Oct 2, 2017
David describes the three assumptions of the Interpersonal TEAM
- We cause the very relationship problems we are
complaining about, but don’t realize this, so we blame the
other person and feel like victims of his or her“badness.” David
describes a man who endlessly complained about his wife during
therapy sessions--she didn't like having sex with him, she spend
money behind his back, and never bragged about him when they were
out to dinner with friends. He had even taken notes for years on
all the “bad” things his wife had been doing every day throughout
their marriage, but overlooked the many hurtful and self-centered
things he was doing to break her heart every single day.
- We do not want to have to look at our own role in any
relationship conflict because it is too painful to have to confront
our “shadow,” to use a Jungian concept, and because we
want to do our dirty work in the dark. So we will deny our role and
angrily punish anyone who tries to shed light on our role in the
problem. David describes a severely depressed woman who complained
that she was the victim of "loneliness in marriage," a concept
she'd just read about in a popular women's magazine. She explained
that her husband would not and could not express his feelings, and
felt that he was to blame for their marital problems as well as the
severe depression and loneliness she’d been struggling with for 25
years. And yet, in a therapy session when he tried to express his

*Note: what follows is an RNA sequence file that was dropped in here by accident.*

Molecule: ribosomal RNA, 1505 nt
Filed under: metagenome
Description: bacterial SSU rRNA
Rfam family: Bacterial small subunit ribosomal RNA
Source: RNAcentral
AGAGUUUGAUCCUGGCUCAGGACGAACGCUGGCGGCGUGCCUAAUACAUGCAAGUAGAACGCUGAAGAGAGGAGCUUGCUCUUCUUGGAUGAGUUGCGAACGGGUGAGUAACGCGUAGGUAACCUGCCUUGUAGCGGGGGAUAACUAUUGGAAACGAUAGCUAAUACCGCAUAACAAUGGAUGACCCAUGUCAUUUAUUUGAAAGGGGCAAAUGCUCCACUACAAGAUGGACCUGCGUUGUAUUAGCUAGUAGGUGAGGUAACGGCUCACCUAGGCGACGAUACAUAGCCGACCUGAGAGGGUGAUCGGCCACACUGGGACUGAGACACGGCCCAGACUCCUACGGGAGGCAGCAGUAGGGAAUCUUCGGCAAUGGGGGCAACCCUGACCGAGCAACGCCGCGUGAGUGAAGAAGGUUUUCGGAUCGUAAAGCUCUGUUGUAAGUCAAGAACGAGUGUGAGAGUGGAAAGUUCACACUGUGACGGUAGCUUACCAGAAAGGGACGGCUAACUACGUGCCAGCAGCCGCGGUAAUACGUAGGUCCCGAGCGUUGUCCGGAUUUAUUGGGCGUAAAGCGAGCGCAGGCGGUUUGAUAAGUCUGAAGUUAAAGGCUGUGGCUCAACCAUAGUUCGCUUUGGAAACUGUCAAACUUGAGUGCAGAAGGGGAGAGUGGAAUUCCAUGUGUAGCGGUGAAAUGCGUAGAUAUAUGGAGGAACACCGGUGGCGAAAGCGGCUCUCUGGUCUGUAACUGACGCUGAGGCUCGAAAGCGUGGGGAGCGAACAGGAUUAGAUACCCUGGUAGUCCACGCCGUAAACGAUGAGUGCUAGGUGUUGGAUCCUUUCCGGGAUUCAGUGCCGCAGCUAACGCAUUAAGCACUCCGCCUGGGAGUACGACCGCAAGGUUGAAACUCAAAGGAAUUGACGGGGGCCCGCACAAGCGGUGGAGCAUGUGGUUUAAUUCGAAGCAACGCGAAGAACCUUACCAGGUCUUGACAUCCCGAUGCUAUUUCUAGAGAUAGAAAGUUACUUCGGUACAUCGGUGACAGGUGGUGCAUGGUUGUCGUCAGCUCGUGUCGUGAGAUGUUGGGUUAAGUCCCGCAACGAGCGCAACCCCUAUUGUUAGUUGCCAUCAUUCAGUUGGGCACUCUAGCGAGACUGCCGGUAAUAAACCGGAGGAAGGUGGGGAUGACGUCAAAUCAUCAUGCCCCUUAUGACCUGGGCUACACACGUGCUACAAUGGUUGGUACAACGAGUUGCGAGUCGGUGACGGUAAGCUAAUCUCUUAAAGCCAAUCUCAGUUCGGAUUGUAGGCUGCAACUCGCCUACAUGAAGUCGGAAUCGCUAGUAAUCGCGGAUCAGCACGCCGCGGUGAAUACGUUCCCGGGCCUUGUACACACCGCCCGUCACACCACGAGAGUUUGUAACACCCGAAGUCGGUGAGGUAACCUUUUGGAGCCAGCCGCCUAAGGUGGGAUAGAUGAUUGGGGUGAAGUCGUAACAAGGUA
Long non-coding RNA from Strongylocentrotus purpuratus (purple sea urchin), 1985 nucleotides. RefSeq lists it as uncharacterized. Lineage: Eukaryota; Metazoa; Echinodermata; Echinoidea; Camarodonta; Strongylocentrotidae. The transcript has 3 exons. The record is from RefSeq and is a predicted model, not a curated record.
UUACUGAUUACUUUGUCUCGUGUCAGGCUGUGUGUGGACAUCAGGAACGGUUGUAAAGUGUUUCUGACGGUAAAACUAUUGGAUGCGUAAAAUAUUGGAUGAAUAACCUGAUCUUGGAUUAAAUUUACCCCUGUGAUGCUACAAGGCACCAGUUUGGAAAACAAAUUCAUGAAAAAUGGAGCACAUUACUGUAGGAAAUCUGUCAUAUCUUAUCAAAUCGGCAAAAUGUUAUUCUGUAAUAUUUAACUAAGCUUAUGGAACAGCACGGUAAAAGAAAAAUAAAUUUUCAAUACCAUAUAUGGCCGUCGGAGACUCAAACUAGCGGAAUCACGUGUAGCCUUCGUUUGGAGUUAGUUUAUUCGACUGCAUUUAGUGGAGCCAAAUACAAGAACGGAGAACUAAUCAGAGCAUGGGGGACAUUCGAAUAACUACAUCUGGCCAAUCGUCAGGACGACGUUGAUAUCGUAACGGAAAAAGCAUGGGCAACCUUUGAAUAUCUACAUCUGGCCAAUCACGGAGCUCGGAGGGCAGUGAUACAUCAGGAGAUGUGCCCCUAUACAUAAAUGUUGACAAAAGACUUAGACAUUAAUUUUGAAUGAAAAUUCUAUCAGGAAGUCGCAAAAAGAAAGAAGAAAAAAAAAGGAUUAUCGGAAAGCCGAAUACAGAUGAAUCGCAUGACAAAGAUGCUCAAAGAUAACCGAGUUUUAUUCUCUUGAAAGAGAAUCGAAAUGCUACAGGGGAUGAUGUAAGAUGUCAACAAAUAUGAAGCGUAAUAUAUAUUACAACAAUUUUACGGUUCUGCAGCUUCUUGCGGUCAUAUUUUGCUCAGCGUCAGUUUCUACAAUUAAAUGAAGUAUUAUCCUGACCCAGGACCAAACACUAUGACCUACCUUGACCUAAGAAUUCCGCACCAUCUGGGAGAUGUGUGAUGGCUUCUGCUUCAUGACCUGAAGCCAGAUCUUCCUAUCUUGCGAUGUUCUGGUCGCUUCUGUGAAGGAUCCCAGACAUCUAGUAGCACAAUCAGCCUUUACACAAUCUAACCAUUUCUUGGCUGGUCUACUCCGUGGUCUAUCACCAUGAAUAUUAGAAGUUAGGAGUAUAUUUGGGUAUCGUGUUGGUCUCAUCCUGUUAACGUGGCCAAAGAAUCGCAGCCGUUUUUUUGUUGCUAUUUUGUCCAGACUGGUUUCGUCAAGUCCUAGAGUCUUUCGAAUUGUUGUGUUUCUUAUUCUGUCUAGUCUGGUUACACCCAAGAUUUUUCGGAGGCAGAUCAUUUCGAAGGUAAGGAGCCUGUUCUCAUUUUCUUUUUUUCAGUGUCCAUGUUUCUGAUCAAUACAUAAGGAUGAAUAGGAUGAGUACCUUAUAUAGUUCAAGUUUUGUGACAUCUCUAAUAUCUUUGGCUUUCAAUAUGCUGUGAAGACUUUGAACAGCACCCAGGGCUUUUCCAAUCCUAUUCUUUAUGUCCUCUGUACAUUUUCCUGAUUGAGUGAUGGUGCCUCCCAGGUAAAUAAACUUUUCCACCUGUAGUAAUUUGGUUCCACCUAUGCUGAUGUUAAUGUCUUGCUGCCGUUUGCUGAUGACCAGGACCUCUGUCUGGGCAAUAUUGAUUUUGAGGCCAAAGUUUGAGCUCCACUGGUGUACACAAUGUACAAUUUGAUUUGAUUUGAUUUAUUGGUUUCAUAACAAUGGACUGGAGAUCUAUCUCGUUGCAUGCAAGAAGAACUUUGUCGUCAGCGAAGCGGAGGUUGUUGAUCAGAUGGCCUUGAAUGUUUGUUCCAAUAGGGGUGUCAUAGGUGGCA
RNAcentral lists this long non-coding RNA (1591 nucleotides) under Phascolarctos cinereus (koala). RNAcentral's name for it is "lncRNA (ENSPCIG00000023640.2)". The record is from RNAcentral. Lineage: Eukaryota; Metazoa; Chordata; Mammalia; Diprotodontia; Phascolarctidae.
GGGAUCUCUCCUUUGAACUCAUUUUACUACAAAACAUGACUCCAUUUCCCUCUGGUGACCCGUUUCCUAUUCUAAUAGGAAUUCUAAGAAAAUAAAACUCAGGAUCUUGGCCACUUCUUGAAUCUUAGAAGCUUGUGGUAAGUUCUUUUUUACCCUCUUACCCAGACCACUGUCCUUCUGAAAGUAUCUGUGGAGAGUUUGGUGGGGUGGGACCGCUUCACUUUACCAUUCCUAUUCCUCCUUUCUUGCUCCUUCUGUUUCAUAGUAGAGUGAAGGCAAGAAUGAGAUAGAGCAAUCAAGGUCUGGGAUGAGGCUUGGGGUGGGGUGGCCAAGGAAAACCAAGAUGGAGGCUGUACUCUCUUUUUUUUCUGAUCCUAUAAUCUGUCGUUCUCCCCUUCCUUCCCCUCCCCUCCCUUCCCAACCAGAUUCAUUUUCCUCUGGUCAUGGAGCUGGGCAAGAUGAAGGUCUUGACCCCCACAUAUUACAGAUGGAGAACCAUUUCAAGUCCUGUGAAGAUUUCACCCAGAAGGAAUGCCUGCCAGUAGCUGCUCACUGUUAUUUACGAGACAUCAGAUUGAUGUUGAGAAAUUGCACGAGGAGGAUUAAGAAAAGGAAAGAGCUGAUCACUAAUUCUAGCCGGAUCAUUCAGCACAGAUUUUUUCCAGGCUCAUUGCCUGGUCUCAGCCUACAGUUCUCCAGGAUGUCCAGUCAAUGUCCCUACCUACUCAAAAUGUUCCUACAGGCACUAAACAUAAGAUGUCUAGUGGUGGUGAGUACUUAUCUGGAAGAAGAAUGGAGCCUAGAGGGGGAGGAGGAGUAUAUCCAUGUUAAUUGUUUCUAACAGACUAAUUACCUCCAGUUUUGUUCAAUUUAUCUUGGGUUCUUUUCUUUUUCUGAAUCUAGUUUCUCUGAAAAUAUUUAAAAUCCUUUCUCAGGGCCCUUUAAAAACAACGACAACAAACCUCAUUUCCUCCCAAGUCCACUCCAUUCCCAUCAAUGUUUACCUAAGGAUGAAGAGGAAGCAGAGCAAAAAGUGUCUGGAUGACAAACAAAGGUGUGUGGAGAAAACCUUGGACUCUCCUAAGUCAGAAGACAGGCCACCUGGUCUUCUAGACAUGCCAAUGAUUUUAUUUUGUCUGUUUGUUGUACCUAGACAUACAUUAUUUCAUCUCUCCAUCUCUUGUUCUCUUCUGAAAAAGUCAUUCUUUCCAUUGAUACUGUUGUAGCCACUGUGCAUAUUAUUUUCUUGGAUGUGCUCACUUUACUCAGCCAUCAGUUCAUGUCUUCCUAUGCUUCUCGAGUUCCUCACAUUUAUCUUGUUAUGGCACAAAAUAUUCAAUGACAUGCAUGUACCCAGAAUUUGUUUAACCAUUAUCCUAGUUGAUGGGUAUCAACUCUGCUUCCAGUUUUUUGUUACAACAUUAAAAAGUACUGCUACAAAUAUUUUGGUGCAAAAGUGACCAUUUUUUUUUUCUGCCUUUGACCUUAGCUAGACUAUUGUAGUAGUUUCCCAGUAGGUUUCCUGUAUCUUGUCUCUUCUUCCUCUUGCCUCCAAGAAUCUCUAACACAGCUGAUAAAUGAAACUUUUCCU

feelings, she exploded angrily and told him to shut the F__ up!
When Doctor Burns asked her to reflect on what had happened in the
session with her husband, she angrily threatened to fire him if he
ever brought up the topic again!
- The first two principles paint a dark picture of human nature.
The third principle is more optimistic—namely, that we have
far more power to heal a troubled relationship than we
realize, and this can often happen quickly, but there’s a
stiff price to be paid. First, we have to be willing to stop
blaming the other person so we can examine and pinpoint our own
role in the conflict. Second, we have to focus all of our energy on
changing ourselves, rather than trying to change the other person.
This can be extremely liberating and joyful, but it involves the
exceedingly painful death of the ego. The Buddhists have called
this type of enlightenment “the Great Death.’
In the next podcast, David and Fabrice will show you how to
transform your own troubled relationships into loving ones--if
that's what you want to do!